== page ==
First Advisor

Virginia L. Butler

Term of Graduation

Winter 2020

Date of Publication


Document Type


Degree Name

Master of Science (M.S.) in Anthropology






Archaeology -- Oregon -- Sauvie Island, Archaeology -- Lower Columbia River (Or. and Wash.), Sauvie Island (Or.) -- History, Wetland ecology -- Lower Columbia River (Or. and Wash.)



Physical Description

1 online resource (xiv, 145 pages)


There is a growing interest in anthropology towards identifying and documenting the ways in which people have modified landscapes and ecosystems through time. Previous research has focused predominantly on terrestrial modification, whereas recently, research has turned towards aquatic environments. Examples range from the tidal fish pens of Hawai'i to fish weir complexes and clam gardens on the Northwest Coast. Scholars are beginning to apply the term human ecosystem engineering to the practices linked to wetland landscape modifications. Evidence of these practices can contribute to understanding optimization, cultivation, and modification of aquatic environments on a landscape level. However, some regions have received more consideration than others; the backwater wetlands of the Lower Columbia are minimally studied.

Lower Columbia archaeological and ethnohistoric records highlight the importance of aquatic plants and mammals that inhabit wetland environments; freshwater fish remains from families Catostomidae and Cyprinidae are prominent in regional archaeological site assemblages. This raises questions as to how wetland resources in the region were used and potentially optimized in the broader context of the backwater ecosystem, and how this ecosystem has been modified by humans. A wood stake alignment located on Sauvie Island in Virginia Lake, a seasonally flooded backwater, offered a starting place to examine these questions.

I conducted archival research, pedestrian survey, site mapping, subsurface testing, and laboratory analysis to evaluate hypotheses related to the feature's age (precontact, historic, and multicomponent), cultural affiliation (Indigenous, Euro-American, or both), and function (fish weir, causeway/pier, hunting platform or blind, post and line structure for straightening/storing cedar planks, boundary line/fence, or multi-use). Results from Virginia Lake were compared to four sites containing wood stake/post alignments in Lower Columbia River wetlands. Niche Construction Theory and Historical Ecology informed my analyses.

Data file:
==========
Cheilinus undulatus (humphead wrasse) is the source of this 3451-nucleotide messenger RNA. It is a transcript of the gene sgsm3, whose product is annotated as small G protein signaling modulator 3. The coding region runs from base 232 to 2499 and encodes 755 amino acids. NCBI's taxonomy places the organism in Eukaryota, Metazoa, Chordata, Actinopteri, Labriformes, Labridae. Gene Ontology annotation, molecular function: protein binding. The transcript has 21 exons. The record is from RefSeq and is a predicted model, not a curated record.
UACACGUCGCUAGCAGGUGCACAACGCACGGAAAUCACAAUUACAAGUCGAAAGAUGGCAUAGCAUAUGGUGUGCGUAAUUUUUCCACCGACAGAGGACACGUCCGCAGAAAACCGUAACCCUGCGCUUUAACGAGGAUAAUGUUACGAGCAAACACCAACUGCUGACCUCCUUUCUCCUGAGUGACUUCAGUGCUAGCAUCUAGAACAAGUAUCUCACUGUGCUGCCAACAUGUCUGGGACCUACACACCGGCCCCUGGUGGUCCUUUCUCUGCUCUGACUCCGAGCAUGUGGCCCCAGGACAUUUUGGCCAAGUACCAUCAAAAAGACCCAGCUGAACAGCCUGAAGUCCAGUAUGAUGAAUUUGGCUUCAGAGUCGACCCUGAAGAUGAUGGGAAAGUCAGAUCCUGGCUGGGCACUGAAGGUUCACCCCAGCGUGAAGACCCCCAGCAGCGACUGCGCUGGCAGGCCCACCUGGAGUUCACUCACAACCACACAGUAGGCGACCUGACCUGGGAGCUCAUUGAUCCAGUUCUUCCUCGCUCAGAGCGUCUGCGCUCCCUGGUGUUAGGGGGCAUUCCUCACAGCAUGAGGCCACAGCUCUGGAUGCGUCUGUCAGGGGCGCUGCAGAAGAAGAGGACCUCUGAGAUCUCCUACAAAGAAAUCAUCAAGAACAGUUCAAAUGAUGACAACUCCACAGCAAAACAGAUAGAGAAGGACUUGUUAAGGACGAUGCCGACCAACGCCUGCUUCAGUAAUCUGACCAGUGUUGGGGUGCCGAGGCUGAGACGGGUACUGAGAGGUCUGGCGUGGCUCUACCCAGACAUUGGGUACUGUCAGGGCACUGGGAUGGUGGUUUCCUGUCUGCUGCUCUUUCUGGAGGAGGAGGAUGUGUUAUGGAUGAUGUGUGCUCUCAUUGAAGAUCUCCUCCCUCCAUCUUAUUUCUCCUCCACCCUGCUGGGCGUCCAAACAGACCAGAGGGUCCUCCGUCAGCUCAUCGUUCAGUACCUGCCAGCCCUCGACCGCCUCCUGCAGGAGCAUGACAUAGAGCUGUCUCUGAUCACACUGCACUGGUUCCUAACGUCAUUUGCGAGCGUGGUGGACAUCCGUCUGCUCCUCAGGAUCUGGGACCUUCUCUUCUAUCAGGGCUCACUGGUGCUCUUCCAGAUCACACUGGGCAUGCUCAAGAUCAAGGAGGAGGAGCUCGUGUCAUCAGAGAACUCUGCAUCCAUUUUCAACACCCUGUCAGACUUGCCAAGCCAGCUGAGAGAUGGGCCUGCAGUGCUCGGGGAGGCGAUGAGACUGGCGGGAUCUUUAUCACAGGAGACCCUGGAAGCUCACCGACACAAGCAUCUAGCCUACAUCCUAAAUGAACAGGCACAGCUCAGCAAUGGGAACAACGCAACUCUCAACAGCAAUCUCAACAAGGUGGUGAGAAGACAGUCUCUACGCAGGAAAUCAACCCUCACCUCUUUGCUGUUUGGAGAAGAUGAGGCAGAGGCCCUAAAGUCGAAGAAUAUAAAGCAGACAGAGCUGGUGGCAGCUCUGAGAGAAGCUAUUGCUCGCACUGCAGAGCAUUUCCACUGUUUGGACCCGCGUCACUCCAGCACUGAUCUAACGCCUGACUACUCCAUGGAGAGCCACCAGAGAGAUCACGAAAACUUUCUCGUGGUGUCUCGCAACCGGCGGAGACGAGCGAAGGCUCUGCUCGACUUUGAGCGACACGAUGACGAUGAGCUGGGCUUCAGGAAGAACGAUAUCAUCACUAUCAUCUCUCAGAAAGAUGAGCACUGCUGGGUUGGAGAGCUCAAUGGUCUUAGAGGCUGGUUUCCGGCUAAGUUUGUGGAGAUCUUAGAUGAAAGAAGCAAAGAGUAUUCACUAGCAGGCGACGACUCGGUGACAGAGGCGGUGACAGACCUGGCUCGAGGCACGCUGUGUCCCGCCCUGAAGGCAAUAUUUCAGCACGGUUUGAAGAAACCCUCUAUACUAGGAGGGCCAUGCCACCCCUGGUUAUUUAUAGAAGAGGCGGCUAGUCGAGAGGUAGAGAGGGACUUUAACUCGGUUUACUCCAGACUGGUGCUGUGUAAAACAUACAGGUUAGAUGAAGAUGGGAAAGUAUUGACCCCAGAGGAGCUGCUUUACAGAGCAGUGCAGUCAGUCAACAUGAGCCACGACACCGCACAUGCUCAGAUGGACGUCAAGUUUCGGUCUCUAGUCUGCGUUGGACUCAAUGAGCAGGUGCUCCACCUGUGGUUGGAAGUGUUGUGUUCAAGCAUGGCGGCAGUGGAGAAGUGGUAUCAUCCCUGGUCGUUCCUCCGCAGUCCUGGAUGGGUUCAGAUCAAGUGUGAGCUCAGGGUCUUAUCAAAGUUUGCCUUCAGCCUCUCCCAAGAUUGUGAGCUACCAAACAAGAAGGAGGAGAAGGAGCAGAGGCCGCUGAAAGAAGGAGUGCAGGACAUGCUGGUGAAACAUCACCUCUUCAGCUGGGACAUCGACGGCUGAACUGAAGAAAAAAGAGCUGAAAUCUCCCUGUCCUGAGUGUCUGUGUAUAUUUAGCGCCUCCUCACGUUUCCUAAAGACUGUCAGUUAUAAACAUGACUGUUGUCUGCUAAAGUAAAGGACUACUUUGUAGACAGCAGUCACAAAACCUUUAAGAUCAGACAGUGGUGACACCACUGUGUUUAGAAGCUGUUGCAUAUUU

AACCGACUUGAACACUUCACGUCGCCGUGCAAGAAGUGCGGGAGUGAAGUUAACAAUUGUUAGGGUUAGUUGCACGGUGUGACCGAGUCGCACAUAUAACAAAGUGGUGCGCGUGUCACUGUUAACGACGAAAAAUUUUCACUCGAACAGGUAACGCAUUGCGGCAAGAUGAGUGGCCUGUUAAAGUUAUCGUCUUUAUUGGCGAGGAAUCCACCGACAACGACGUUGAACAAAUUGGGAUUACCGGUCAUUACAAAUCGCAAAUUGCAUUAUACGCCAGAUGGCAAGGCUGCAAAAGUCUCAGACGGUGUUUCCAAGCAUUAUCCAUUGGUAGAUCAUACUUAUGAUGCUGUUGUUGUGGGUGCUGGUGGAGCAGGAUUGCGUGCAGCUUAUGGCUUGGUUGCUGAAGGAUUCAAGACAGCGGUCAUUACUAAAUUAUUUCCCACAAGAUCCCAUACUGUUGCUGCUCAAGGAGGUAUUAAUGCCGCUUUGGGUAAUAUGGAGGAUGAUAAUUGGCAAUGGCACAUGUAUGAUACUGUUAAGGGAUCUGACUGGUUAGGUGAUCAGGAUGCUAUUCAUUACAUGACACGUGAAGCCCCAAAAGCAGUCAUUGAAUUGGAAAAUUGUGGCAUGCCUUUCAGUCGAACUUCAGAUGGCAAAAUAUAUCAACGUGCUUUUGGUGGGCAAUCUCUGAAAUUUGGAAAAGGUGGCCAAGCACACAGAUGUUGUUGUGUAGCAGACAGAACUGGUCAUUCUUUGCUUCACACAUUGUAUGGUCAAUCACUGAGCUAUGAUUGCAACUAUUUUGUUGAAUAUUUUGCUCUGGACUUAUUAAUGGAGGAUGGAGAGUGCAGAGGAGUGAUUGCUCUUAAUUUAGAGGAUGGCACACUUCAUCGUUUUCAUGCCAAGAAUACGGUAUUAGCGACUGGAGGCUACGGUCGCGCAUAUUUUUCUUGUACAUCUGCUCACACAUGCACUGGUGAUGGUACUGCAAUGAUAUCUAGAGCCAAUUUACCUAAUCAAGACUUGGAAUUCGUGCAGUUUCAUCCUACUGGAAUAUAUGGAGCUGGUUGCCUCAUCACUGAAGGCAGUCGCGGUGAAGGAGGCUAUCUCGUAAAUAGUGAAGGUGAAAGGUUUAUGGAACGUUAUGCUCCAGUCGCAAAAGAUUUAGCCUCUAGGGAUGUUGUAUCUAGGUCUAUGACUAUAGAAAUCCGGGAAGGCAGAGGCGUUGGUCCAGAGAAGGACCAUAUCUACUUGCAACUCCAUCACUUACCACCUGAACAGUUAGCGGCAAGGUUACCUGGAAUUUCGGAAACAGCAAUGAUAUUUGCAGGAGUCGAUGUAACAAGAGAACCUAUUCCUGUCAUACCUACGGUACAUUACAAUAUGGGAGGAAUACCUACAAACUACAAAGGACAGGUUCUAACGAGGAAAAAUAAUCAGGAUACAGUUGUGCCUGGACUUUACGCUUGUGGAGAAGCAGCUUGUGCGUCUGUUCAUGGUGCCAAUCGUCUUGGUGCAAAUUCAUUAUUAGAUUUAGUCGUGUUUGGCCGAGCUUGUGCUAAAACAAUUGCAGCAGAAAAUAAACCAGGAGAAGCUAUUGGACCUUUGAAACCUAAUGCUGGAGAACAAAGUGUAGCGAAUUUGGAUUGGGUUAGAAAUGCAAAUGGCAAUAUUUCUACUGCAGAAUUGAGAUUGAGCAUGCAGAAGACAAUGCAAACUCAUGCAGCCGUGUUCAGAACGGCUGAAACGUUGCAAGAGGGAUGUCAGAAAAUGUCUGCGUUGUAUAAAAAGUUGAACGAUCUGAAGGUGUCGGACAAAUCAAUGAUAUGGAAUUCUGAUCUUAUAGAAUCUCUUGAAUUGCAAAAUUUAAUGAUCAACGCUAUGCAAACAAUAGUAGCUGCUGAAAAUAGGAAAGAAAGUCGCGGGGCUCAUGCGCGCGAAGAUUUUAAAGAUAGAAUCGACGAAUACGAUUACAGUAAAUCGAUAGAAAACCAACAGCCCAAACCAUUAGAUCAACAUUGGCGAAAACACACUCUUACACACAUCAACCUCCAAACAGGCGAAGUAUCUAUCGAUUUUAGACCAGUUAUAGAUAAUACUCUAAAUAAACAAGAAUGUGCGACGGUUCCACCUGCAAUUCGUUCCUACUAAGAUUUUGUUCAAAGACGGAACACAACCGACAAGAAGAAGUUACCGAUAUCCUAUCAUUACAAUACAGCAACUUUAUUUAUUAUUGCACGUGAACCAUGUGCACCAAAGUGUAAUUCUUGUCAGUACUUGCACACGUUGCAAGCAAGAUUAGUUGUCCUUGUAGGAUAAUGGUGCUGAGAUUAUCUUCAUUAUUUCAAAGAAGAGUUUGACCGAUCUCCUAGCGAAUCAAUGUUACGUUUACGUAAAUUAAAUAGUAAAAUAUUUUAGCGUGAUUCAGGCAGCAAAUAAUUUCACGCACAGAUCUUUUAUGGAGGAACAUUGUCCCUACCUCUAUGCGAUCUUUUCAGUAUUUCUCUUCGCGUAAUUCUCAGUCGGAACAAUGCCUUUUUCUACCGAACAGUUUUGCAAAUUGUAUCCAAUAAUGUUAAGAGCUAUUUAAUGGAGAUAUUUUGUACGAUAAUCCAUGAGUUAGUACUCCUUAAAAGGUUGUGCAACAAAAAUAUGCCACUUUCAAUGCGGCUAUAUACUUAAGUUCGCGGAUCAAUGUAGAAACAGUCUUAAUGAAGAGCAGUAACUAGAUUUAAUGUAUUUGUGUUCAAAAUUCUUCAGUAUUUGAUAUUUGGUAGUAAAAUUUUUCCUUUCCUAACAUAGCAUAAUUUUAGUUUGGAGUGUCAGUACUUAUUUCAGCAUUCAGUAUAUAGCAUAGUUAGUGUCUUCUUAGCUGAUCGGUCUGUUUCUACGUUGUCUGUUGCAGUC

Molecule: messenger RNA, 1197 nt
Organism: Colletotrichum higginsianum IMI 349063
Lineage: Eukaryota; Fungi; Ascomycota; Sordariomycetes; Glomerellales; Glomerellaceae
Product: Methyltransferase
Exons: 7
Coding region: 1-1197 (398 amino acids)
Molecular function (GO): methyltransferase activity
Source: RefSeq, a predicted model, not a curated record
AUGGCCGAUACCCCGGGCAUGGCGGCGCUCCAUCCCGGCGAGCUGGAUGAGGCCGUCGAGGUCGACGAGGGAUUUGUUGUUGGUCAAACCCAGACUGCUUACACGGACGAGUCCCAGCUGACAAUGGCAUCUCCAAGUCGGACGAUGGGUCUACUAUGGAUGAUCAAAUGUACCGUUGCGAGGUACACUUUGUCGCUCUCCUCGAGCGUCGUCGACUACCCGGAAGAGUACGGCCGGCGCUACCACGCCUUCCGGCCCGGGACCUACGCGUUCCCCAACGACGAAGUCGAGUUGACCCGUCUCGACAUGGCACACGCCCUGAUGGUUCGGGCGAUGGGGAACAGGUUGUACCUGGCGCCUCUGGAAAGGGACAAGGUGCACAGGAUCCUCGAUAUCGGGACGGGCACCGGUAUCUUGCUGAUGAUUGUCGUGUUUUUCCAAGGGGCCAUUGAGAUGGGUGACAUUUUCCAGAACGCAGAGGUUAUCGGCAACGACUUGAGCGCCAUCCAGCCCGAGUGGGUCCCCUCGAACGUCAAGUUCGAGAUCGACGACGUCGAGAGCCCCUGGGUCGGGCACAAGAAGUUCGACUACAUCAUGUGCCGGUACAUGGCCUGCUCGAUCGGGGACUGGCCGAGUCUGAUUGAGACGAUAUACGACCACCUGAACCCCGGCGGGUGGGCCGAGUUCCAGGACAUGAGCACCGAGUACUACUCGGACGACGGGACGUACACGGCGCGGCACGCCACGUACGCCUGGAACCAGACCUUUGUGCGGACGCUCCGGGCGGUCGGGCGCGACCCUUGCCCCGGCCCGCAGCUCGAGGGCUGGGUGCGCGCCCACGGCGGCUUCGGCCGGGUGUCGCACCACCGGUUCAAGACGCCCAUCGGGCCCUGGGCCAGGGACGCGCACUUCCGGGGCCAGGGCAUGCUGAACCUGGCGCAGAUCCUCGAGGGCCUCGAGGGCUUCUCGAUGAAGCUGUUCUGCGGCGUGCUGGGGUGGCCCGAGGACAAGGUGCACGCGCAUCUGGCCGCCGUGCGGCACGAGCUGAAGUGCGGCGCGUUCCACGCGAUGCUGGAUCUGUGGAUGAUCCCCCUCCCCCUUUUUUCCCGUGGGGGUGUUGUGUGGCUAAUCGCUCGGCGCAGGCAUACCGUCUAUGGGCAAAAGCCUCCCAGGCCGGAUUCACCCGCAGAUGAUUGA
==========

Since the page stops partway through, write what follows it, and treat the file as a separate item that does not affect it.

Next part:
Fieldwork and site documentation were conducted at two scales; landscape-level and site-specific, and included pedestrian survey, metal detector survey, and excavation of 11 subsurface shovel probes, and two 1 x .5 m test units. Six wood samples and one sediment sample were submitted for AMS dating and macrobotanical identification. Toolmarks were analyzed to determine if the stakes were shaped using metal or stone tools.

The alignment (northeast/southwest orientation) consists of a total of 23 wooden stakes that extend approximately 60 m from the lake edge. Stakes average 5.9 cm in diameter, and 25.6 cm height above ground surface, but stakes are not uniform in size or condition. Stakes are spaced an average of 2.5 m apart. The five sampled stakes are from western red cedar (Thuja plicata). Except for two small metal fragments found within two stakes, additional artifacts were not observed in association with the alignment. One of the removed stakes with an intact distal end appears to have been shaped with a metal tool, likely a chisel or axe. Calibrated median AMS dates fall within a tight range, between 1847 and 1854 CE. AMS dating of humin fraction of a peat sample obtained during excavations returned a calibrated date of between 969 and 1035 CE (925-981 BP). This date suggests that Virginia Lake has been separate from the main Multnomah Channel for at least the last approximately 1000 years.

Though the AMS ages indicate an historic era construction, the feature could reflect Euro-American or Indigenous affiliation, or links to both, given that archival records document a complex and ongoing relationship between Indigenous people and Euro-American settlers in the region through the 19th century. Research eliminated four hypotheses related to function, leaving the possibility that the alignment was a fish weir or a pier. The Virginia Lake feature is distinct from other wood stake and post alignments documented on the Lower Columbia River making it difficult to place it in a larger system of ecosystem engineering and wetland modification.

My thesis contributes to the understanding of the history of Virginia Lake and its formation, and facilitates future work on wood stake features in backwater systems, which have been under-studied in the Pacific Northwest. Researchers cannot adequately test for specific site types, if there is little precedent for them to exist in a given environment. My thesis provides a methodological template for evaluating wetland landscape modifications, and more specifically stake sites, increasing replicability and a richer understanding of their role in human-modified landscapes.


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